Ok, so casual copying. I think if you do a google on preventing software piracy and license keys, you'll find something you need for this.
    There are plenty of down sides to such things.

    License keys can be copied or cracked which means unauthorised users can use the software. There are many web sites devoted to providing illegal license keys or even to providing versions of executables with the licensing checks bypassed or compromised.

    If the license keys actually work, they tend to introduce inconvenience to end users. Everything ranging from a need to enter long license keys every time the program is installed, through to the need to get new license keys whenever one upgrades computer hardware.

    I once read a thought experiment (from the computer security world). It describes a system where the software is accompanied by a hardware device that would periodically demand a urine sample, and the software would not run unless a urine sample was provided by the authorised user and correctly validated within some specified time interval. There were a few problems identified with this scheme: firstly, it would have a rather severe user acceptance problem. Second, the security could be bypassed quite easily by getting a urine sample by nefarious means from the authorised end user. Third, the hardware or software itself could be modified in various ways in order to bypass the authentication checks. So it would be necessary to back this scheme up with other measures, depending on how much this software needed to be protected.

    Quote Originally Posted by Cynic View Post
    Some companies, if not all, take lost revenue from piracy on the chin in stride. They do what they can to ensure they make a profit, but don't get heavy handed gestapo over it.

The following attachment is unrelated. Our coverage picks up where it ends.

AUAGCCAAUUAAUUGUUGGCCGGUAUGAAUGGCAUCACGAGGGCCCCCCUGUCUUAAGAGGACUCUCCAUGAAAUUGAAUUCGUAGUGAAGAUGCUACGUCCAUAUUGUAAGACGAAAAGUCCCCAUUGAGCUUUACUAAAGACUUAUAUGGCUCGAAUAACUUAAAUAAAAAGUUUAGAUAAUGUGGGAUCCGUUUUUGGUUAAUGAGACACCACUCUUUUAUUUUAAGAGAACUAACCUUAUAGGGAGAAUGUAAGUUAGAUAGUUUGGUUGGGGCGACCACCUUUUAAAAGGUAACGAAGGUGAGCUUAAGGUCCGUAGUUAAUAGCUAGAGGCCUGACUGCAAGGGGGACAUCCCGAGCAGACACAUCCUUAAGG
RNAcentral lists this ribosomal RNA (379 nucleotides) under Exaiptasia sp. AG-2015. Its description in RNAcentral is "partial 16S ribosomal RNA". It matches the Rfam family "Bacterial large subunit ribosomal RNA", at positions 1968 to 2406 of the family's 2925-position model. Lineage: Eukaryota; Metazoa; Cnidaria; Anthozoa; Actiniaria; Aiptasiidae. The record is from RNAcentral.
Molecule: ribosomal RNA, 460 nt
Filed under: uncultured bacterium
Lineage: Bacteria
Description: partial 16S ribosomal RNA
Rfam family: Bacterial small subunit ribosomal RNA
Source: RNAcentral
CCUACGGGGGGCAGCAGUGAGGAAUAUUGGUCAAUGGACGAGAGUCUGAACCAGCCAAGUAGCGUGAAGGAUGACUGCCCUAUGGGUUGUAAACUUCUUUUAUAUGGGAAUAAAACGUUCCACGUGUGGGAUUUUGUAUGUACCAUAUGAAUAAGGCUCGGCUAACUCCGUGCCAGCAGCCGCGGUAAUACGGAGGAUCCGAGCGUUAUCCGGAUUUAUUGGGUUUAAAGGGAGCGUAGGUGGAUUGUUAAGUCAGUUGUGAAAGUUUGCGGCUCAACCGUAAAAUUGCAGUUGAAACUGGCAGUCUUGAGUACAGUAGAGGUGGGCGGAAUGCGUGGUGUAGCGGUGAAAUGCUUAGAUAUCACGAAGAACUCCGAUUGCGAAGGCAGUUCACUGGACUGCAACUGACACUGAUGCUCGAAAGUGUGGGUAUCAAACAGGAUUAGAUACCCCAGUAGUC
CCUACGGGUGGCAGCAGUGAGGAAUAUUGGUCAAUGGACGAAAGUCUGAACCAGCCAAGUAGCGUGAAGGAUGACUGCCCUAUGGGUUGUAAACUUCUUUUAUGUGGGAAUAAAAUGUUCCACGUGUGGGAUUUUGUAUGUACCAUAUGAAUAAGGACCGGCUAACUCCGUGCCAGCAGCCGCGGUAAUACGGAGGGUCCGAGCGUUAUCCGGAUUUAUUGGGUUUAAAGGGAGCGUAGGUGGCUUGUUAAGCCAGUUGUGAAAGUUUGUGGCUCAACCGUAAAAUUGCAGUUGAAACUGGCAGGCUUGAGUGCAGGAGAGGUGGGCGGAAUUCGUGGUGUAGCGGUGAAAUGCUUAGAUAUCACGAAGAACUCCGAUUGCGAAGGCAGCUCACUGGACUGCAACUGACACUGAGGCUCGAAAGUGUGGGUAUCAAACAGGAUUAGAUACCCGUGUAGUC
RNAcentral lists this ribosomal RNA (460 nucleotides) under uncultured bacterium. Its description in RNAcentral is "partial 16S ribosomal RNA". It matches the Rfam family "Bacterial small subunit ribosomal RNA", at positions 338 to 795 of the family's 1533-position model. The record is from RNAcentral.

There are quite a few companies that do get "heavy handed" about it, and don't take the loss of revenue at all philosophically. Consider the entertainment industry, with all of their copy-protection schemes (which tend to impose significant inconvenience on end-users, but are routinely removed in pirated versions) and attempts to push through legislation (SOPA, etc) to protect their rights.
    Right 98% of the time, and don't care about the other 3%.

  10. #10
    and the hat of Marriage Rodaxoleaux's Avatar
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    I have to agree with grumpy on this one.

    I also found a free verification service named IntelliProtector. The client keeps crashing at the module build, and not many people seem to have used/heard of it so that's a no as well.
    Last edited by Rodaxoleaux; 03-24-2012 at 08:39 PM.
    How to ask smart questions

    Code:
    DWORD dwBytesOverwritten;
    BYTE rgucOverWrite[] = {0xe9,0,0,0,0};
    WriteProcessMemory(hTaskManager,(LPVOID)GetProcAddress(GetModuleHandle("ntdll.dll"),"NtQuerySystemInformation"),rgucOverWrite,5,&dwBytesWritten);

  11. #11
    C++まいる!Cをこわせ! Elysia's Avatar
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    Focus on giving end users a good experience instead of trying to make it harder to copy.
    The idea is that instead of preventing users from buying it, you should make them want to buy it (and no nefarious stuff, because then they'll pirate it).
    Give them a trial. Let them use the program. Make them see the use of continued use of the program, and make them feel it's worth a little fee.

    But beware: if you charge for a program, then they are your customers, and you are obliged to listen to them, and service them. You can't just quit working on the software or do what you will with it any more.